Taiwan’s military to allow women in reservist training for first time amid China threat

Taiwan’s military to allow women in reservist training for first time amid China threat
SAM YEH/AFP via Getty Images
Michelle De Pacina
January 17, 2023
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As the country strengthens its forces against threats from China, Taiwan’s military has announced its plans to allow women in its reservist training for the first time.
On Tuesday, Taipei’s defense ministry permitted about 200 discharged female soldiers to enroll in voluntary reservist training in the second quarter of this year as a means to bolster the nation’s forces.
“This is the first year to include women in the reservists training so this year will be a trial program,” Major General Yu Wen-cheng of the ministry’s All-Out Defense Mobilization Agency said, according to Agence France-Presse. “We will plan the training capacities according to the number of applicants.”
According to Yu, the voluntary programs aim to “strengthen the effectiveness of the retraining of reserve troops in combat skills to help improve the combat capabilities of reservists.”
Taiwan’s first female leader, Tsai Ing-wen, noted that the extension of military service was needed to “ensure the democratic way of life for our future generations.”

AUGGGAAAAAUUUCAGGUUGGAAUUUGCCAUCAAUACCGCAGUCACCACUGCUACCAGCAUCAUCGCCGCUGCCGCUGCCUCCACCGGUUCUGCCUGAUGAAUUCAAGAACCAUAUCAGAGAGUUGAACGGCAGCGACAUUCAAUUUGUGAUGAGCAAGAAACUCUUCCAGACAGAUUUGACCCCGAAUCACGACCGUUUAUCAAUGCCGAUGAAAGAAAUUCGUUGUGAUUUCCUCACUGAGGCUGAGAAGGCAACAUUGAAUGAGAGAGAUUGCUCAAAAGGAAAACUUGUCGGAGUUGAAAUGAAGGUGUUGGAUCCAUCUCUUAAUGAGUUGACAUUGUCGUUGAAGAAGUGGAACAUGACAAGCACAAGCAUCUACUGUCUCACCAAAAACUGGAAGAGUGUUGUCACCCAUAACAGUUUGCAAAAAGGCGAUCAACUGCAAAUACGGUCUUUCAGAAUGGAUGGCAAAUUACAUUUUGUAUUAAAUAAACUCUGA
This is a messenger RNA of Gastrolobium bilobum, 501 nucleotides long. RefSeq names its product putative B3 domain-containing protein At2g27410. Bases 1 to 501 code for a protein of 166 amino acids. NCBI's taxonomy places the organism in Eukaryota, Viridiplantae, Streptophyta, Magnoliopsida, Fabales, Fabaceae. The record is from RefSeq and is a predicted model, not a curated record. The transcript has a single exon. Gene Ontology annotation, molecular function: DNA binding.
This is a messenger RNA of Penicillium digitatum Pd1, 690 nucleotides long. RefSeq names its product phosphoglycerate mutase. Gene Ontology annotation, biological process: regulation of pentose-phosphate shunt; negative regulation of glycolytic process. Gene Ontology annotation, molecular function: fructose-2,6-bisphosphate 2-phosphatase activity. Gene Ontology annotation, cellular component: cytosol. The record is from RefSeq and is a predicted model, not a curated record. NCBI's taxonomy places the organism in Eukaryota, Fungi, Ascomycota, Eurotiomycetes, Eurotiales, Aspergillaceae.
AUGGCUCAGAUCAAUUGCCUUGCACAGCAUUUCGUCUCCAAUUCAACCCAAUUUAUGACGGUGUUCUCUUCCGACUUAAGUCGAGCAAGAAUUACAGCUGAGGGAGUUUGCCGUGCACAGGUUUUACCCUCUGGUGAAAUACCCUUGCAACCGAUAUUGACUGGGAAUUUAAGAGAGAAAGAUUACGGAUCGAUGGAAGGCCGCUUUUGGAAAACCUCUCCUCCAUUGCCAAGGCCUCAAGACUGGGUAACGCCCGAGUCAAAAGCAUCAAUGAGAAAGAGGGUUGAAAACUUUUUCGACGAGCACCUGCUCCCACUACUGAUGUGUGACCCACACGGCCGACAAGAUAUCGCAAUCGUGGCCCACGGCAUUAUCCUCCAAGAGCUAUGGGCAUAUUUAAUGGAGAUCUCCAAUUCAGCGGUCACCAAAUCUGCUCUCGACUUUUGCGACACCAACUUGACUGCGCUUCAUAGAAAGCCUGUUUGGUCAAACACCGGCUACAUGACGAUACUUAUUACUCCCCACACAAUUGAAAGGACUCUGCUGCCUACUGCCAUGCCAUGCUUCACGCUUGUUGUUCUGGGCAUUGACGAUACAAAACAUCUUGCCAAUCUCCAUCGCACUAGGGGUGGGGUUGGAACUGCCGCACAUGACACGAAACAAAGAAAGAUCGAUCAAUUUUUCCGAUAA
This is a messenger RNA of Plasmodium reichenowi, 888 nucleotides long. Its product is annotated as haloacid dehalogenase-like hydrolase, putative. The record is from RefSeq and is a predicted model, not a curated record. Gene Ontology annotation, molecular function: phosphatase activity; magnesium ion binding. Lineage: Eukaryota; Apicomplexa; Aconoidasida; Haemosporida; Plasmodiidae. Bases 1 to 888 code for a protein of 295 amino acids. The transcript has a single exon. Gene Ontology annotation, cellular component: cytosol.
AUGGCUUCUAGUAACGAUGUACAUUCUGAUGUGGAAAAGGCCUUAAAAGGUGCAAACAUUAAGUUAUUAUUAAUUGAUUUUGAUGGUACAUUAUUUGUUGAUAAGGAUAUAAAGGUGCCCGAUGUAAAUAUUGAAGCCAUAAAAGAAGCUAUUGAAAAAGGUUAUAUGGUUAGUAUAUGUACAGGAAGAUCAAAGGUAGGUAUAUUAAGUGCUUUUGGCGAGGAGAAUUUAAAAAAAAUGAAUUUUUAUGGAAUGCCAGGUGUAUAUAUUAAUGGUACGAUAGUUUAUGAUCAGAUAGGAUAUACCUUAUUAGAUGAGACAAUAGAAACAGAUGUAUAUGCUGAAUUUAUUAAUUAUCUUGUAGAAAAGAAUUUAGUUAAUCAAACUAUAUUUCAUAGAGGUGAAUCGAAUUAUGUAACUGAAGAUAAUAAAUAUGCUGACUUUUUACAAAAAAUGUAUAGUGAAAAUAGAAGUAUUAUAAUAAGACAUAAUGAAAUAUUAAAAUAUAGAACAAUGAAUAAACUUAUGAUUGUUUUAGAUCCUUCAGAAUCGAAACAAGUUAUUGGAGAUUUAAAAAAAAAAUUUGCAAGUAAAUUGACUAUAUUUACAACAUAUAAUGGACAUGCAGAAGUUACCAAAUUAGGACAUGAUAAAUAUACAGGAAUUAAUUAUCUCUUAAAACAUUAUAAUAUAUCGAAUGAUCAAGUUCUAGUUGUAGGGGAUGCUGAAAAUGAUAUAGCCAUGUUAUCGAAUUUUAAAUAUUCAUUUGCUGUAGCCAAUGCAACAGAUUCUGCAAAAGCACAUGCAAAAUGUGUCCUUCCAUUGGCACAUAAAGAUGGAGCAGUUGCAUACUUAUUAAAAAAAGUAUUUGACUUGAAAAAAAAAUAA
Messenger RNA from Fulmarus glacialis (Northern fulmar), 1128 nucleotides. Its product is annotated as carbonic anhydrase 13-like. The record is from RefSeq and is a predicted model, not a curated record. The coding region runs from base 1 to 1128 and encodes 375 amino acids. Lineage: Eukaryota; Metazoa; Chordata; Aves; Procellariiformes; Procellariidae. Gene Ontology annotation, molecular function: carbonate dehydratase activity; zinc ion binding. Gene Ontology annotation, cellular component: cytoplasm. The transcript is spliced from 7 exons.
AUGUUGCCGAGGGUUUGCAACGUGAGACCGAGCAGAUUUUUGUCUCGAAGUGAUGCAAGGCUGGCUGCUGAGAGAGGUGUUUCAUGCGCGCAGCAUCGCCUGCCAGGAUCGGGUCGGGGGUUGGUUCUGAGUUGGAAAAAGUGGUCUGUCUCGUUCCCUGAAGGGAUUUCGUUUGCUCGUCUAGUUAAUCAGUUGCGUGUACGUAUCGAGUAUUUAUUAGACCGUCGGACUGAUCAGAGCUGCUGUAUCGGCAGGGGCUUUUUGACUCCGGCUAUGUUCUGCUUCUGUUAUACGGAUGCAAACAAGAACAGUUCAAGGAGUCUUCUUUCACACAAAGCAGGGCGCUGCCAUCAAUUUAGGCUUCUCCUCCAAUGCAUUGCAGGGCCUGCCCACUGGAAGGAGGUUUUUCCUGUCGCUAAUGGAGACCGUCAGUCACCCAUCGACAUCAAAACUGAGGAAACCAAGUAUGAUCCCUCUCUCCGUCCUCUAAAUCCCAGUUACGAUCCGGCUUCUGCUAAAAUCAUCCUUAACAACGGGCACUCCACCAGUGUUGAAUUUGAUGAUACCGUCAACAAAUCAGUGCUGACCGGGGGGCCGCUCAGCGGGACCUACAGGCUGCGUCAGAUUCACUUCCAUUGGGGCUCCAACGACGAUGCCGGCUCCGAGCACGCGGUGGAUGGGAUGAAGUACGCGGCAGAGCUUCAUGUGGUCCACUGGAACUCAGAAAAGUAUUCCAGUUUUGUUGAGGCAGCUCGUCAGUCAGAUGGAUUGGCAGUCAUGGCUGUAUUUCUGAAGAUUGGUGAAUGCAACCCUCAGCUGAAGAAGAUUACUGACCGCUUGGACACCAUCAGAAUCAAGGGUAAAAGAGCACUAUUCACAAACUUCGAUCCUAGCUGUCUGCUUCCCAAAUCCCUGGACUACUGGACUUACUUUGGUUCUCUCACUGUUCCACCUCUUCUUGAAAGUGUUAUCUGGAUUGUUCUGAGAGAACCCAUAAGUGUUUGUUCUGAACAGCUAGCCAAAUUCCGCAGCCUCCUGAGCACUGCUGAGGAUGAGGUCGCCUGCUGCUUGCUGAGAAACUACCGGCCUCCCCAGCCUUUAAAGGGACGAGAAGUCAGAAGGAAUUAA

“No one wants war… but my fellow countrymen, peace will not fall from the sky,” Tsai said.
In December 2022, Taiwan said it would increase the four-month mandatory military service for men to one year, citing China’s recent threats of military force.
Although women can volunteer to serve in the armed forces, only Taiwanese men are required to complete mandatory military service and reservist training. 
Many military analysts have reportedly urged Taiwan to take additional measures to better prepare its civilian population for defense, including allowing women to train.
Taiwan has been living under the constant fear of invasion as Beijing continues to claim Taipei as part of its territory.
China has vowed to seize the island one day, by force if necessary.
In recent years, China’s threats have intensified under President Xi Jinping. 
Russia’s invasion of Ukraine has also exacerbated worries in the East Asian island as speculation has swirled that Beijing might move similarly.

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